Furazolidone

Furazolidone is a nitrofuran antibacterial agent and monoamine oxidase inhibitor (MAOI).[1] It is marketed by Roberts Laboratories under the brand name Furoxone and by GlaxoSmithKline as Dependal-M.

Furazolidone
Structural formula of furazolidone
Space-filling model of the furazolidone model
Clinical data
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Routes of
administration
Oral-Local
ATC code
Identifiers
CAS Number
PubChem CID
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ChemSpider
UNII
KEGG
ChEMBL
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ECHA InfoCard100.000.594 Edit this at Wikidata
Chemical and physical data
FormulaC8H7N3O5
Molar mass225.16 g·mol−1
3D model (JSmol)
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Medical usesEdit

Furazolidone has been used in human and veterinary medicine. It has a broad spectrum of activity being active against

Use in humansEdit

In humans it has been used to treat diarrhoea and enteritis caused by bacteria or protozoan infections, including traveler's diarrhoea, cholera and bacteremic salmonellosis. Use in treating Helicobacter pylori infections has also been proposed.[2]

Furazolidone has also been used for giardiasis (due to Giardia lamblia), amoebiasis and shigellosis also though it is not a first line treatment.[3]

Use in animalsEdit

As a veterinary medicine, furazolidone has been used with some success to treat salmonids for Myxobolus cerebralis infections.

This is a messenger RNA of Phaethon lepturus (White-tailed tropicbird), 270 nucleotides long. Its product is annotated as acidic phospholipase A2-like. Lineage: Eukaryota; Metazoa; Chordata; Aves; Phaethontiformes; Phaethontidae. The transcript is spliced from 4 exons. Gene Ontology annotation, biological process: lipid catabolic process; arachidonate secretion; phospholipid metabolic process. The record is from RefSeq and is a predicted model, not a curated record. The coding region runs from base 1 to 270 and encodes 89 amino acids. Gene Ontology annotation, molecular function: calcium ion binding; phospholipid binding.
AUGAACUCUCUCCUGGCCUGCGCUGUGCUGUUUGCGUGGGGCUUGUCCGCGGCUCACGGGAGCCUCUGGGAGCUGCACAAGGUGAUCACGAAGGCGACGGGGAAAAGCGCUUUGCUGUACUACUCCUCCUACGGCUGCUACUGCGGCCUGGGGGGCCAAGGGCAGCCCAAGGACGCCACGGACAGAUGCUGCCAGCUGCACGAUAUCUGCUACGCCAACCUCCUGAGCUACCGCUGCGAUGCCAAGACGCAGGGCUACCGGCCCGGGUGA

It has also been used in aquaculture.[4]

Since furazolidone is a nitrofuran antibiotic, its use in food animals is currently prohibited by the FDA under the Animal Medicinal Drug Use Clarification Act, 1994.[5]

Furazolidone is no longer available in the US.

Use in laboratoryEdit

It is used to differentiate micrococci and staphylococci.

Mechanism of actionEdit

It is believed to work by crosslinking of DNA.[6]

Side effectsEdit

Though an effective antibiotic when all others fail, against extremely drug resistant infections, it has many side effects. including inhibition of monoamine oxidase,[1] and as with other nitrofurans generally, minimum inhibitory concentrations also produce systemic toxicity: tremors, convulsions, peripheral neuritis, gastrointestinal disturbances, depression of spermatogenesis. Nitrofurans are recognized by FDA as mutagens/carcinogens, and can no longer be used since 1991.[7]

See alsoEdit

ReferencesEdit

  1. ^ a b A.M. Timperio; H.A. Kuiper & L. Zolla (February 2003). "Identification of a furazolidone metabolite responsible for the inhibition of amino oxidases". Xenobiotica. 33 (2): 153–167. doi:10.1080/0049825021000038459. PMID 12623758. S2CID 35868007.
  2. ^ Machado RS, Silva MR, Viriato A (2008). "Furazolidone, tetracycline and omeprazole: a low-cost alternative for Helicobacter pylori eradication in children". Jornal de Pediatria. 84 (2): 160–5. doi:10.2223/JPED.1772. PMID 18372934.
  3. ^ Petri WA (February 2005). "Treatment of Giardiasis". Curr Treat Options Gastroenterol. 8 (1): 13–17. doi:10.1007/s11938-005-0047-3. PMID 15625030. S2CID 22893579.
  4. ^ Meng J, Mangat SS, Grudzinski IP, Law FC (1998). "Evidence of 14C-furazolidone metabolite binding to the hepatic DNA of trout". Drug Metabol Drug Interact. 14 (4): 209–19. doi:10.1515/DMDI.1998.14.4.209. PMID 10694929. S2CID 20792443.
  5. ^ Bagley, Clell. "Drugs Prohibited from Extralabel Use in Animals". Retrieved 14 April 2014.
  6. ^ "DrugBank: Showing Furazolidone (DB00614)". Retrieved 2008-12-19.
  7. ^ http://caraga.da.gov.ph/services/banmed-Nitrofurans.htm Archived September 24, 2007, at the Wayback Machine